This section includes scientific and technological news from the IAC and its Observatories, as well as press releases on scientific and technological results, astronomical events, educational projects, outreach activities and institutional events.

  • GTC and Milky Way
    Free access to the largest catalogue of objects observed by Grantecan

    The Centre for Astrobiology (CAB, CSIC-INTA), via the Spanish Virtual Observatory, is offering the scientific community and the general public a catalogue of more than 600,000 astronomical sources observed by the OSIRIS instrument on the Gran Telescopio Canarias.

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  • The project Amanar, under the same sky, Astronomy for Peace and Development
    The project “Amanar, under the same sky”, Astronomy for Peace and Development

    “Amanar: under the same sky” is an initiative by GalileoMobile in collaboration with the Canary Association for friendship with the Saharawi People (ACAPS), funded by the International Astronomical Union (IAU), via its Office of Astronomy for Development and its centenary celebrations, and by the Instituto de Astrofísica de Canarias (IAC). On Tuesday 15thOctober the second part of the project will begin, in which an international team of astronomers and teachers will travel to the refugee camps in Tindouf to engage in outreach activity with the Saharaui students and teachers- Durint the stay

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  • Recreación artística de MAXI J1820+070
    Violent flares in the centre of a black hole system

    A international team of astronomers, led by the University of Southampton and with participation by the Instituto de Astrofísica de Canarias has used the camera HiPERCAM on the Gran Telescopio Canarias and NASA’s NICER space observatory to make a high frame-rate movie of a growing black hole system. In the process they have discoverd violent flares in visible light and in X-rays which give new clues to help understand the immediate surroundings of these intriguing objects. The results of this study are published in the prestigious journal Monthly Notices of the Royal Astronomical Society

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  • Physics Nobel Prize Winners 2019
    Didier Queloz, Physics Nobel Prize Winner 2019, Is Developing an Advanced Terrestrial Planet Hunter for the Isaac Newton Telescope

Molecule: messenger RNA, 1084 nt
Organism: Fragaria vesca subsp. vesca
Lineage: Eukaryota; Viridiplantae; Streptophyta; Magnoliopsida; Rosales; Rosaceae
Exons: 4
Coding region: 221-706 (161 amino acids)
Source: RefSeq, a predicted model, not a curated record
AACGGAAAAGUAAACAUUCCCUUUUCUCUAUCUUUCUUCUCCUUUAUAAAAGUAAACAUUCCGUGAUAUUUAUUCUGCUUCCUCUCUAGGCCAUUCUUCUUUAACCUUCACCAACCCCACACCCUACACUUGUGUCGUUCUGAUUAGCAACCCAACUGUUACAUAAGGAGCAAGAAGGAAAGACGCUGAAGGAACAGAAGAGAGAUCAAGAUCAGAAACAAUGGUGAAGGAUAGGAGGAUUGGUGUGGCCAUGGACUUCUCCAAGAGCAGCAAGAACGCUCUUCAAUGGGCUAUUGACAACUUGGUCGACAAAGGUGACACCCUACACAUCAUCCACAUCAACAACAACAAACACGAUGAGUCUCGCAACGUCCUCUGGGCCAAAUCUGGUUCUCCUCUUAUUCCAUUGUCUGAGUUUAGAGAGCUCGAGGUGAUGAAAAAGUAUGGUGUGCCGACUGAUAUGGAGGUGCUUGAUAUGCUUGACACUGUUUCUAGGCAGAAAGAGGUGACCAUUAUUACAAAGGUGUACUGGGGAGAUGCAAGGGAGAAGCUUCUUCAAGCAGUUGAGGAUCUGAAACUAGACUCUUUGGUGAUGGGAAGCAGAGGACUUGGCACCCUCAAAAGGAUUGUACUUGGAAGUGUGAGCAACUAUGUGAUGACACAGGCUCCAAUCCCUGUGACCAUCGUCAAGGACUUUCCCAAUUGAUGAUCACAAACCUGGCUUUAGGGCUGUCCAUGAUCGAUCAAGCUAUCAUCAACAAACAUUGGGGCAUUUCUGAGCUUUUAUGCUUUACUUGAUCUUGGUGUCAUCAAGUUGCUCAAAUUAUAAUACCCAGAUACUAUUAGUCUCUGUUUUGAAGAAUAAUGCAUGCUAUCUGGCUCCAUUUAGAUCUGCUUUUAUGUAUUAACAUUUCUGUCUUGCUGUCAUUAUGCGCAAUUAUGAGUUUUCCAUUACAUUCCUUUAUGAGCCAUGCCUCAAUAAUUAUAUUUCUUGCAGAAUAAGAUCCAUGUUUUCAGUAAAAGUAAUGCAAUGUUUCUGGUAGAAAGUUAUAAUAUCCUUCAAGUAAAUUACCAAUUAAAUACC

The Isaac Newton Group of Telescopes (ING) and the Institute of Astrophysics of the Canary Islands (IAC) warmly congratulate James Peebles (Princeton University), Michel Mayor (University of Geneva) and Didier Queloz (Universities of Geneva and Cambridge) on the award of the Physics Nobel Prize 2019. The Swedish Academy awarded the prize "for contributions to our understanding of the evolution of the universe and Earth's place in the cosmos". For Mayor and Queloz, the award recognises their discovery, published in 1995, of the first planet outside the solar system, orbiting a solar-type star

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  • Artist’s impression of the star GJ 3512, a red dwarf of approximately one tenth of the mass of the Sun, on which the newly discovered exoplanet GJ 3512b, a gas giant of high mass, orbits an unusual planet in this type of planetary systems.
    A giant exoplanet orbiting a very-low-mass star challenges planet formation models

    Surveys have shown that super-Earth and Neptune-mass exoplanets are more frequent than gas giants around low-mass stars, as predicted by the core accretion theory of planet formation. We report the discovery of a giant planet around the very-low-mass star GJ 3512, as determined by optical and near-infrared radial-velocity observations. The planet has a minimum mass of 0.46 Jupiter masses, very high for such a small host star, and an eccentric 204-day orbit. Dynamical models show that the high eccentricity is most likely due to planet-planet interactions. We use simulations to demonstrate

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  • Participantes en HC2NP2019
    The latest advances in the Standard Model of Particle Physics, and their consequences for problems such as that of dark matter have been presented

    HC2NP2019, the second conference on "Hadronic Contributions to New Physics Searches" organized by the Instituto de Astrofísica de Canarias (IAC) in Puerto de la Cruz brought together, for a week, international experts in particle, nuclear, and atomic physics. At the meeting the latest advances in experimental checks on the "Standard Model of Particle Physics" were discussed, among them dark matter, the origin of flavour structures, and the conservation of charge symmetry in the strong interaction. Maxim Pospelov , of the University of Minnesota and the Perimeter Institute, an expert in

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